IDC Predicts Steady Growth in Cloud Server Market Through 2014

By Chris Preimesberger  |  Posted 2010-05-10 Print this article Print

Based on IDC's first cloud computing survey focused exclusively on servers, the research company predicts that server revenue in the private cloud category will grow from $7.3 billion in 2009 to $11.8 billion in 2014, or about 62 percent.

IT researcher IDC reported May 10 that the combination of an aging server installed base, IT managers' increasing need to rein in virtual machines, and a general upturn in the buying environment is boosting sales of commodity-type servers used in public and private cloud-computing systems.

Based on its first cloud computing survey focused exclusively on servers, IDC predicted that server revenue in the public cloud category will grow from $582 million in 2009 to $718 million in 2014. Server revenue for the much larger private cloud market will grow from $7.3 billion to $11.8 billion [about 62 percent] in the same time period, IDC said.

Cloud, or utility, computing serves up computing power, data storage or applications from one data center location over a grid to thousands or millions of users on a subscription basis.

This general kind of cloud-for example, services of the type provided online by Amazon EC2, Google Apps and known as a public cloud, because any business or individual can subscribe.

Private cloud computing differs in that smaller, cloudlike IT systems within a firewall offer similar services, but to a closed internal network. This network may include corporate or division offices, other companies that are also business partners, raw-material suppliers, resellers, production-chain entities and other organizations intimately connected with a corporate mother ship.

The servers discussed in IDC's survey are distinguished from conventional application and Web servers by the fact that they are simpler in nature, IDC analyst Katherine Broderick told eWEEK.

The servers in the study generally have lower average prices than an enterprise x86-based server, Broderick said. "It's more about volume than value in the cloud space," she said.

The report also found that nearly half of respondents (44 percent) are considering the deployment of private clouds in their IT systems, and that public cloud services appear less likely to be broadly adopted than private clouds, Broderick said.

"It was a bit surprising to me that there is a large distinction [for] the IT decision makers between private and public [clouds]. They know the differences; they see them as very separate things," Broderick said.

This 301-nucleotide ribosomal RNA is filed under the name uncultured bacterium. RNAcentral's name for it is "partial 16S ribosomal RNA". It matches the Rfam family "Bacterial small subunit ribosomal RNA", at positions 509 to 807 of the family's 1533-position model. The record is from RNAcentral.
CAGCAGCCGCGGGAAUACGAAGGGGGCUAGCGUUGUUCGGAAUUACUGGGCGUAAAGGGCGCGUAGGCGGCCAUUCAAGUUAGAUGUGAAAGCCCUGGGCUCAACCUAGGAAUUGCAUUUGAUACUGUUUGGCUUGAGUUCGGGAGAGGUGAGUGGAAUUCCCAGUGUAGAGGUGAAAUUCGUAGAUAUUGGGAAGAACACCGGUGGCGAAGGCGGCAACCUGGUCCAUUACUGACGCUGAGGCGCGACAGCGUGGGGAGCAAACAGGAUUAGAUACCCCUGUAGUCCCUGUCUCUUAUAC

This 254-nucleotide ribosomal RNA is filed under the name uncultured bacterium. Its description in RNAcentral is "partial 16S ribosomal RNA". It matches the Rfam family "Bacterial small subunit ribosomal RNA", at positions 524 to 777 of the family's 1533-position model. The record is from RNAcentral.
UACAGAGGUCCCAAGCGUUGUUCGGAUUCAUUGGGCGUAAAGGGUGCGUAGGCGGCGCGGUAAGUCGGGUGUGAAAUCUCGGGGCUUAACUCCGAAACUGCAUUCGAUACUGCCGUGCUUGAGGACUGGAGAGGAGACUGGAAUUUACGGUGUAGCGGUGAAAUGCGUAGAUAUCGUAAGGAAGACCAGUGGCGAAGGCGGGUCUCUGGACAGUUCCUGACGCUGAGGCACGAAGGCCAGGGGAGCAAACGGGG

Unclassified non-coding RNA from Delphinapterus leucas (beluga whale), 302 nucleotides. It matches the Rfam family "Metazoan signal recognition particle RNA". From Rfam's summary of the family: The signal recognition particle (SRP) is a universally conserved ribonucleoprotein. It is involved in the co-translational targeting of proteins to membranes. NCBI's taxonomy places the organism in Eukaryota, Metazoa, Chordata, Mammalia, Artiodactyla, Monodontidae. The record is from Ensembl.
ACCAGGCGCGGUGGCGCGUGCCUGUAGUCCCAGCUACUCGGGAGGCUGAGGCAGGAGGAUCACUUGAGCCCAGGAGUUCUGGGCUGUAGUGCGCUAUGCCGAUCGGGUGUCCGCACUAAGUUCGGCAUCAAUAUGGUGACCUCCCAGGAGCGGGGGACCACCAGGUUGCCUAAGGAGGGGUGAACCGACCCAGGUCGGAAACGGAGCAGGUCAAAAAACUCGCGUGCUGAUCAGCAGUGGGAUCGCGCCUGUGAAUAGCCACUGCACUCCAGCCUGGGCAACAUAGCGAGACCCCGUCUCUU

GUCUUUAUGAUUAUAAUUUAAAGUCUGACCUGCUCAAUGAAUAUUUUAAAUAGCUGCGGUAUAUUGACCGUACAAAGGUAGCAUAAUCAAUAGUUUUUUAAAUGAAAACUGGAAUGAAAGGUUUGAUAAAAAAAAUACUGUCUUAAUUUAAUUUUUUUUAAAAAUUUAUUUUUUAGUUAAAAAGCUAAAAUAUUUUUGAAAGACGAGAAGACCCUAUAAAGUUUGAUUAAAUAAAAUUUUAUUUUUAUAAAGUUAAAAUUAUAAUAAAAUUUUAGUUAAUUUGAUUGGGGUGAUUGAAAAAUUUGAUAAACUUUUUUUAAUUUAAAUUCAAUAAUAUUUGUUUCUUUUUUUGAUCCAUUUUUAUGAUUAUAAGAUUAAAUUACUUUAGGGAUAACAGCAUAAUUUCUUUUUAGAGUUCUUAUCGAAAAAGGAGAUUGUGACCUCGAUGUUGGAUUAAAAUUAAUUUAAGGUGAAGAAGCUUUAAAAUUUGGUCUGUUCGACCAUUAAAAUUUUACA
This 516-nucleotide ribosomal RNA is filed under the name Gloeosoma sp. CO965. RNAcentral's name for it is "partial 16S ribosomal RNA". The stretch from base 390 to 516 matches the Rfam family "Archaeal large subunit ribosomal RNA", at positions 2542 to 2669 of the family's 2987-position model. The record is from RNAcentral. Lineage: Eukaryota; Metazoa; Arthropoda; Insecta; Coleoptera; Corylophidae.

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Chris Preimesberger Chris Preimesberger was named Editor-in-Chief of Features & Analysis at eWEEK in November 2011. Previously he served eWEEK as Senior Writer, covering a range of IT sectors that include data center systems, cloud computing, storage, virtualization, green IT, e-discovery and IT governance. His blog, Storage Station, is considered a go-to information source. Chris won a national Folio Award for magazine writing in November 2011 for a cover story on and CEO-founder Marc Benioff, and he has served as a judge for the SIIA Codie Awards since 2005. In previous IT journalism, Chris was a founding editor of both IT Manager's Journal and and was managing editor of Software Development magazine. His diverse resume also includes: sportswriter for the Los Angeles Daily News, covering NCAA and NBA basketball, television critic for the Palo Alto Times Tribune, and Sports Information Director at Stanford University. He has served as a correspondent for The Associated Press, covering Stanford and NCAA tournament basketball, since 1983. He has covered a number of major events, including the 1984 Democratic National Convention, a Presidential press conference at the White House in 1993, the Emmy Awards (three times), two Rose Bowls, the Fiesta Bowl, several NCAA men's and women's basketball tournaments, a Formula One Grand Prix auto race, a heavyweight boxing championship bout (Ali vs. Spinks, 1978), and the 1985 Super Bowl. A 1975 graduate of Pepperdine University in Malibu, Calif., Chris has won more than a dozen regional and national awards for his work. He and his wife, Rebecca, have four children and reside in Redwood City, Calif.Follow on Twitter: editingwhiz

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